Los Angeles Kings say Coyotes incited fans to throw debris

Kings General Manager Dean Lombardi blamed members of the Phoenix Coyotes for inciting fans at Arena to hurl debris at players and Coach Darryl Sutter on Tuesday after the Kings won the Western Conference title.

Goaltender Mike Smith threw his stick toward an official and center Martin Hanzal nearly made contact with a referee after Dustin Penner‘s overtime goal ended the series. Moments earlier, Coyotes defenseman Michal Rozsival had been helped off the ice after an unpenalized hit from Kings captain Dustin Brown. “I know they wear the same color jerseys, the refs as the Kings, but they didn’t have to play for them tonight,” defensman Keith Yandle said. Smith said that Brown should be “done forever” for the hit, which bruised Rozsival’s knee.

Colin Campbell, the NHL’s senior vice president of hockey operations, said Friday he’s looking into the Coyotes’ actions and comments, confirming an initial report on

Lombardi, who has a law degree, backed his point by citing legal precedents involving European soccer crowds.

“What the courts said was that because the players attacked the officials, because the players showed such disrespect for the officials, that incited the crowd,” Lombardi told The Times on Friday. “They blamed the players. Because those players were conducting themselves like that, it incited the crowd.

“There’s a lot to that. If those guys are acting in that manner toward the officials, it’s a license for the crowd to do the same. What Smith did, he threw that stick at an official and then right after that, somebody is throwing a beer can at Sutter and our captain. That’s why Europe has that rule. You are responsible for that riot if you are going to show that lack of respect for officials.”

Kings winger Justin Williams said the Coyotes probably were fueled by adrenaline after their abrupt elimination.

“That was an emotional time. In the span of a second your season’s over and you have a camera in your face asking how you feel,” he said. “Sometimes you’re going to spout off something you don’t mean. Maybe they do still mean it. I don’t know.”

Planting a seed

The Kings’ run to the Stanley Cup Final has led many fans to rearrange their schedules, but there’s no changing Mother Nature’s calendar.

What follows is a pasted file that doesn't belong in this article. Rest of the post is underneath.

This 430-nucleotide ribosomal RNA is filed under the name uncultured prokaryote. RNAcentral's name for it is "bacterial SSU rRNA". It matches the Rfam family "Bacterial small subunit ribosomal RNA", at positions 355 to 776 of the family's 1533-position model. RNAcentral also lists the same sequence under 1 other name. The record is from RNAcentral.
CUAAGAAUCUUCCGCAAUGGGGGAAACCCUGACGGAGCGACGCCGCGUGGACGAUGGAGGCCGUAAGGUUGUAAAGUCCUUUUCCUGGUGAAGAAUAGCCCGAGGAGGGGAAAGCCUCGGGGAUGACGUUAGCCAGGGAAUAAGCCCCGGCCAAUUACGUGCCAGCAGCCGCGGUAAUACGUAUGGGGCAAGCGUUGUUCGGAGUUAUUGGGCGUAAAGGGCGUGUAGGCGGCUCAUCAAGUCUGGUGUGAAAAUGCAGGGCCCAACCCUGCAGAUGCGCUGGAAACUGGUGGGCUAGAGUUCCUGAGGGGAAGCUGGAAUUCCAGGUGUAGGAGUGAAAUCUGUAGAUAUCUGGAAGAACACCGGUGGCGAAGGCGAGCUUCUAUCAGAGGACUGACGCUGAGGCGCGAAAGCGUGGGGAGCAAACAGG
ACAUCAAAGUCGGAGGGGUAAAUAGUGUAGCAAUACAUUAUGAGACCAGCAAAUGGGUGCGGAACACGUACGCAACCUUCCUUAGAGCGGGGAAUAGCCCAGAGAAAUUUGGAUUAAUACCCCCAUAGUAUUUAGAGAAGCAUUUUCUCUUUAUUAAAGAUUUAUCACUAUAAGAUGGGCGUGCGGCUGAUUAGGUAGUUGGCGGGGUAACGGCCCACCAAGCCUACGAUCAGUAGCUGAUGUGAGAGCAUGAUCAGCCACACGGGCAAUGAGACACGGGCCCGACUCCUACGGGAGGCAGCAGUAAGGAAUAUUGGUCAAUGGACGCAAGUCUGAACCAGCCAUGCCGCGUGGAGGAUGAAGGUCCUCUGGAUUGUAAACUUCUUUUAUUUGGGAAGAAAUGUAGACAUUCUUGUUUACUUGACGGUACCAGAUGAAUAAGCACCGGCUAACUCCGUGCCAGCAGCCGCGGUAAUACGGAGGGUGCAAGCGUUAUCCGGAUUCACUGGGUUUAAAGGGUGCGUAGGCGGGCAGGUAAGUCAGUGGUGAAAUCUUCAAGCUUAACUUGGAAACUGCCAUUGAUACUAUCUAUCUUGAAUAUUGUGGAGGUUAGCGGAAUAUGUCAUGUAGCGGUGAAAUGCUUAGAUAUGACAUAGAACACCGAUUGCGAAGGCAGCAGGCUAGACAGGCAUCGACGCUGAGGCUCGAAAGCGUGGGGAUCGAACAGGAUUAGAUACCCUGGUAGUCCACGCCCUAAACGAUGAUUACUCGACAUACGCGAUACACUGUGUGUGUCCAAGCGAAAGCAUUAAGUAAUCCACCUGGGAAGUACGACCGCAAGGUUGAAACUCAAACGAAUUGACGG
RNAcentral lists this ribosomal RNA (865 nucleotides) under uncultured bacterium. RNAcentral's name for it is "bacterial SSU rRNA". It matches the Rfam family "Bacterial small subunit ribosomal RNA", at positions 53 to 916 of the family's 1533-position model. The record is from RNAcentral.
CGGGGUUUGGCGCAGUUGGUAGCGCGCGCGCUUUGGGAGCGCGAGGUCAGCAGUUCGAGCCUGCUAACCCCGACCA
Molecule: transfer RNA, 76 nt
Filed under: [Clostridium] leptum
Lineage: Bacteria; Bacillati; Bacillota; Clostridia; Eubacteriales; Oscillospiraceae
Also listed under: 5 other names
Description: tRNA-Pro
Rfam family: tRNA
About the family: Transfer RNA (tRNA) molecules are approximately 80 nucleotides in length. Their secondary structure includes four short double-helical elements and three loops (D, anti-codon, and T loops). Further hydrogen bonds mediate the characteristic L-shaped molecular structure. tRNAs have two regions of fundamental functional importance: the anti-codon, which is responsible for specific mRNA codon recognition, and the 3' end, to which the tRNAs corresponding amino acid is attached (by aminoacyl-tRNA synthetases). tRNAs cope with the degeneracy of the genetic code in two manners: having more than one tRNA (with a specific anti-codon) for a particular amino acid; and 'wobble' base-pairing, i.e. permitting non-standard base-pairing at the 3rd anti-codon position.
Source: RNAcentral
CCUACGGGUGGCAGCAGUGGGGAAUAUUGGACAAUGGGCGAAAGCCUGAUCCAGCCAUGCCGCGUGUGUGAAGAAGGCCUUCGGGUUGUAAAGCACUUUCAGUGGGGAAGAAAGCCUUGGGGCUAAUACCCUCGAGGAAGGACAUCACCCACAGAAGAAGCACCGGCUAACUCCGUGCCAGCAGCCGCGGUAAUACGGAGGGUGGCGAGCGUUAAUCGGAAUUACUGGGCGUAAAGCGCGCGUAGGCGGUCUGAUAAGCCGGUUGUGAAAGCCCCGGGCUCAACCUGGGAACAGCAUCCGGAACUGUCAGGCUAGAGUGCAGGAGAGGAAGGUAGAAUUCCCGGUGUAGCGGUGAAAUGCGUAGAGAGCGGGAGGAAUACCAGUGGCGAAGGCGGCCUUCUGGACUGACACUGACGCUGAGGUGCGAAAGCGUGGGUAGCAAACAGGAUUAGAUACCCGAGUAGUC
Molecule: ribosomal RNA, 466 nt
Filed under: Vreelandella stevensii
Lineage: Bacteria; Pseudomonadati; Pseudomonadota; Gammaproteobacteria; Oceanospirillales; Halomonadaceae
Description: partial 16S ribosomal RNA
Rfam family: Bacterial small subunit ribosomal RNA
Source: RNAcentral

While Sutter led the Kings on Friday through their first full practice since they clinched the West title, his son-in-law was planting wheat, canola, oats and barley on the 3,000-acre family farm near Viking, Canada. “That’s where I should have been yesterday,” Sutter said.

Instead he has been at the team’s El Segundo practice facility, preparing for Game 1 on Wednesday. The rest since clinching the West was welcome, he said.

“Quite honestly, there’s a handful that needed it just because the farther you go it’s more taxing on some guys in terms of injuries and recovery,” he said. “When you look at it from the body standpoint, machine standpoint, [Friday] is the toughest day for getting it going again and then you can get back into your proper practice habits and reinforcing stuff.”

Simon says practice

Winger Simon Gagne was one of several players on a fifth line Friday, his first practice with the team since he suffered a concussion on Dec. 26. However, it’s highly unlikely he will return during the Final.

“We’re still playing, so he got an opportunity to practice with us,” Sutter said. “You need lots of live ammo. Someone asked me a week or so ago, and there was no chance then because he hadn’t even skated with the team.”

Gagne, happy to be back with “the boys,” said he has kept Sutter apprised of his progress.

“For myself and even for him, it’s just putting myself ready in case something happened,” Gagne said. “You never know what could happen. Right now what I could do is just skating hard in practice and working hard, and that’s what I’m going to do.”